I’ve long been a passionate fan of the sound of Stax, but today I’m obsessed: the passing of Donald “Duck” Dunn at age 70 has really taken me home, in a good way.
Certain musicians congregate in a certain area, drawn together by community roots and a common sonic passion. Happy accidents, you could call it. You could also call it fate. Soon their location and sound are synonymous: Liverpool means The Beatles and Gerry and the Pacemakers and the 1960s British Invasion; New York means The Ramones, Talking Heads and Blondie and 1970s punk and art rock; Memphis means Stax Records and the sound of Memphis Soul.
The organist Booker T. Jones, the guitarist Steve “The Colonel” Cropper, the bassist Donald “Duck” Dunn and the drummer Al Jackson congregated in Memphis in 1962, and formed Booker T. and the MGs. With supplemental help from The Memphis Horns (Wayne Jackson on trumpet and the recently-deceased Andrew Love on tenor sax), the MGs became the house band for Stax Records, appearing on hundreds of albums from artists that defined a generation: Sam & Dave, Wilson Picket and, most prominently, Otis Redding.
The sound was raw and immediate. When I hear the word “soul,” I think of Stax: Sam & Dave, “Hold On I’m Comin’” and “Soul Man”; Otis Redding, “I Can’t Turn You Loose” and “Shake.” Sure, I also passionately love the soul proffered by Aretha and Stevie and Marvin on Motown (Detroit means Motown). But to my ear, the Memphis sound is a bit more of the real deal. A little edgier, a little more stripped-down and less produced. Cropper’s guitar is clear and bright, just on the edge of overdriving the amp. Duck’s bass lines are solid, never flashy or out of place (the role of the bass is to provide sonic color to the kick drum; to feel the groove and be felt, as it were). Together, they formed a rhythm section that, in the immortal words of Donald “Duck” Dunn, playing the role of Donald “Duck” Dunn in The Blues Brothers, could “turn goat piss into gasoline.” So damn true.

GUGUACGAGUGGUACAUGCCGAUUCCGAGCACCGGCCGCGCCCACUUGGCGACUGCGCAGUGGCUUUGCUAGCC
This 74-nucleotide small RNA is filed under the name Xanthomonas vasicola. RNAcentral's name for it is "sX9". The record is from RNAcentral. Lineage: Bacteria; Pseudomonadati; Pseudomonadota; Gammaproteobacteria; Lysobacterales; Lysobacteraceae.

The music is timeless and immortal. But the real lasting legacy of Duck and the MGs goes well beyond the grooves in the vinyl.
Hyperbole is our natural default setting. We as humans, especially when talking about great art, have a grand passion for understating, and overstating, the obvious. The MGs were so understated that it’s easy to overlook what can’t be overstated enough.
In mid 1960s America, Booker T. and the MGs was a band that was fully integrated.
This amazing band, which hailed from the Deep South, was evenly integrated, and they made nothing of it. No soapbox, no billboards or telethons. In a time when far too many good young Americans were dying in war and dying in their own neighborhoods over the issue of race, Booker T. and the MGs was an even mix of black and white, and they led by example, making great music without a word of protest or acknowledgement.
I can think of few other cases of such unconscious racial interaction from that time period (the St. Louis Cardinals of Bob Gibson and Tim McCarver come to mind, but that’s another story), and I can only imagine the impact it had. The rise and fall of President Kennedy, the rise and fall of Dr. Martin Luther King, the striving for consummation of the radical dream that all men are equal and deserve an equal shake…this is the backdrop against which Booker T. and the MGs set out. The fact that they set out and did their jobs with such quiet professionalism cements a proud legacy well beyond the music.
I’ve long been a passionate fan of the sound of Stax, but today I’m obsessed: the passing of Donald “Duck” Dunn at age 70 has really taken me home, and really made me think of the impact one can have merely by doing their job and doing what is right.
Pt. 1 of 6: do yourself a favor and watch the rest